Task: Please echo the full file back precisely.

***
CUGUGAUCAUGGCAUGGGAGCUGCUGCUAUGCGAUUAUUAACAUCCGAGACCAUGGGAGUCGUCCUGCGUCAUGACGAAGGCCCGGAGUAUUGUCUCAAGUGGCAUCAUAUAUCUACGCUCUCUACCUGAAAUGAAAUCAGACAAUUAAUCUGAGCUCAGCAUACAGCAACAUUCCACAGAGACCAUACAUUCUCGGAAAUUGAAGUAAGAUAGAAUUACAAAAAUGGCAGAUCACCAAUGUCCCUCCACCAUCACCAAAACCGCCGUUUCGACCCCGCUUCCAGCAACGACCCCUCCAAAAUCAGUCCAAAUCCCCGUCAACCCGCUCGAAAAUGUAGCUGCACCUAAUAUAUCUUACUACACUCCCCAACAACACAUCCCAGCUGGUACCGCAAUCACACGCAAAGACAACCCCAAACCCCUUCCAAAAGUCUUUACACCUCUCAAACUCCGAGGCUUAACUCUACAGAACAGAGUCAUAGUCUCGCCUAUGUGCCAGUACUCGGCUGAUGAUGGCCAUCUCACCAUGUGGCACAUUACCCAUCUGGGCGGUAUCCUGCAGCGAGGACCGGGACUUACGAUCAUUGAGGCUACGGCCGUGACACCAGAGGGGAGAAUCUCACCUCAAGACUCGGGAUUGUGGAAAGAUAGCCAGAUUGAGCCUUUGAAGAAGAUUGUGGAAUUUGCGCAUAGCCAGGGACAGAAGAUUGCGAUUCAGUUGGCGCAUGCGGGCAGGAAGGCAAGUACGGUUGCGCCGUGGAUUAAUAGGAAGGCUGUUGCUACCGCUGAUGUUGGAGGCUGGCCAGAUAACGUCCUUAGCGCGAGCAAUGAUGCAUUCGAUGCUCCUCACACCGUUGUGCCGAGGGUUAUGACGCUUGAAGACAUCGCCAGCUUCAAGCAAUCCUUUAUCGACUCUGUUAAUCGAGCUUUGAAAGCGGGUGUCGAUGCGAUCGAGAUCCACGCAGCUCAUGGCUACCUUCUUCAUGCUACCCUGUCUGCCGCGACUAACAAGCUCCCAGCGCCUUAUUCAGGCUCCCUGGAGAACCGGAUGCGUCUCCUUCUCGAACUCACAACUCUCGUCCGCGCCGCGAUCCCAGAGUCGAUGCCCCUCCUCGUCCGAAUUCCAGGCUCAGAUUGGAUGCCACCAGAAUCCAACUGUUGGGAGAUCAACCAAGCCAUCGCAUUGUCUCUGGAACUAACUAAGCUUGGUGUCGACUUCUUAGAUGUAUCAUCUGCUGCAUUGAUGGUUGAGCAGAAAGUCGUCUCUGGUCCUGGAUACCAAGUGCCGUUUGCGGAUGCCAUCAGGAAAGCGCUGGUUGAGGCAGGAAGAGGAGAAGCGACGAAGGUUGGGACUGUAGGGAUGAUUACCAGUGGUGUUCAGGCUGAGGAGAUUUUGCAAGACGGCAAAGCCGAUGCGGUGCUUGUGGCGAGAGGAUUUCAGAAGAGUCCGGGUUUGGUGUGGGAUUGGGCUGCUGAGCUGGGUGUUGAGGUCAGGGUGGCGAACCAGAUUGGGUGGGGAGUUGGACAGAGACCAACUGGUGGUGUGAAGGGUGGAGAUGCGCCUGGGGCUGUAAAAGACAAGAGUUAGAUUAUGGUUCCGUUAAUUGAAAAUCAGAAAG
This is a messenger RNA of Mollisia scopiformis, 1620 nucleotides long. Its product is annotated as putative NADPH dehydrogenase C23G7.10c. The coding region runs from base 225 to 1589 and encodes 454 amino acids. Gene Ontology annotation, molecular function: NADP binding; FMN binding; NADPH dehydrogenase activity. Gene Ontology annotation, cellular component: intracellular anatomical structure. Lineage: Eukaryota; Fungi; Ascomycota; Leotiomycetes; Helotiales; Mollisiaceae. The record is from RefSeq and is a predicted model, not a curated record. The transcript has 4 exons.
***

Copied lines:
CUGUGAUCAUGGCAUGGGAGCUGCUGCUAUGCGAUUAUUAACAUCCGAGACCAUGGGAGUCGUCCUGCGUCAUGACGAAGGCCCGGAGUAUUGUCUCAAGUGGCAUCAUAUAUCUACGCUCUCUACCUGAAAUGAAAUCAGACAAUUAAUCUGAGCUCAGCAUACAGCAACAUUCCACAGAGACCAUACAUUCUCGGAAAUUGAAGUAAGAUAGAAUUACAAAAAUGGCAGAUCACCAAUGUCCCUCCACCAUCACCAAAACCGCCGUUUCGACCCCGCUUCCAGCAACGACCCCUCCAAAAUCAGUCCAAAUCCCCGUCAACCCGCUCGAAAAUGUAGCUGCACCUAAUAUAUCUUACUACACUCCCCAACAACACAUCCCAGCUGGUACCGCAAUCACACGCAAAGACAACCCCAAACCCCUUCCAAAAGUCUUUACACCUCUCAAACUCCGAGGCUUAACUCUACAGAACAGAGUCAUAGUCUCGCCUAUGUGCCAGUACUCGGCUGAUGAUGGCCAUCUCACCAUGUGGCACAUUACCCAUCUGGGCGGUAUCCUGCAGCGAGGACCGGGACUUACGAUCAUUGAGGCUACGGCCGUGACACCAGAGGGGAGAAUCUCACCUCAAGACUCGGGAUUGUGGAAAGAUAGCCAGAUUGAGCCUUUGAAGAAGAUUGUGGAAUUUGCGCAUAGCCAGGGACAGAAGAUUGCGAUUCAGUUGGCGCAUGCGGGCAGGAAGGCAAGUACGGUUGCGCCGUGGAUUAAUAGGAAGGCUGUUGCUACCGCUGAUGUUGGAGGCUGGCCAGAUAACGUCCUUAGCGCGAGCAAUGAUGCAUUCGAUGCUCCUCACACCGUUGUGCCGAGGGUUAUGACGCUUGAAGACAUCGCCAGCUUCAAGCAAUCCUUUAUCGACUCUGUUAAUCGAGCUUUGAAAGCGGGUGUCGAUGCGAUCGAGAUCCACGCAGCUCAUGGCUACCUUCUUCAUGCUACCCUGUCUGCCGCGACUAACAAGCUCCCAGCGCCUUAUUCAGGCUCCCUGGAGAACCGGAUGCGUCUCCUUCUCGAACUCACAACUCUCGUCCGCGCCGCGAUCCCAGAGUCGAUGCCCCUCCUCGUCCGAAUUCCAGGCUCAGAUUGGAUGCCACCAGAAUCCAACUGUUGGGAGAUCAACCAAGCCAUCGCAUUGUCUCUGGAACUAACUAAGCUUGGUGUCGACUUCUUAGAUGUAUCAUCUGCUGCAUUGAUGGUUGAGCAGAAAGUCGUCUCUGGUCCUGGAUACCAAGUGCCGUUUGCGGAUGCCAUCAGGAAAGCGCUGGUUGAGGCAGGAAGAGGAGAAGCGACGAAGGUUGGGACUGUAGGGAUGAUUACCAGUGGUGUUCAGGCUGAGGAGAUUUUGCAAGACGGCAAAGCCGAUGCGGUGCUUGUGGCGAGAGGAUUUCAGAAGAGUCCGGGUUUGGUGUGGGAUUGGGCUGCUGAGCUGGGUGUUGAGGUCAGGGUGGCGAACCAGAUUGGGUGGGGAGUUGGACAGAGACCAACUGGUGGUGUGAAGGGUGGAGAUGCGCCUGGGGCUGUAAAAGACAAGAGUUAGAUUAUGGUUCCGUUAAUUGAAAAUCAGAAAG
This is a messenger RNA of Mollisia scopiformis, 1620 nucleotides long. Its product is annotated as putative NADPH dehydrogenase C23G7.10c. The coding region runs from base 225 to 1589 and encodes 454 amino acids. Gene Ontology annotation, molecular function: NADP binding; FMN binding; NADPH dehydrogenase activity. Gene Ontology annotation, cellular component: intracellular anatomical structure. Lineage: Eukaryota; Fungi; Ascomycota; Leotiomycetes; Helotiales; Mollisiaceae. The record is from RefSeq and is a predicted model, not a curated record. The transcript has 4 exons.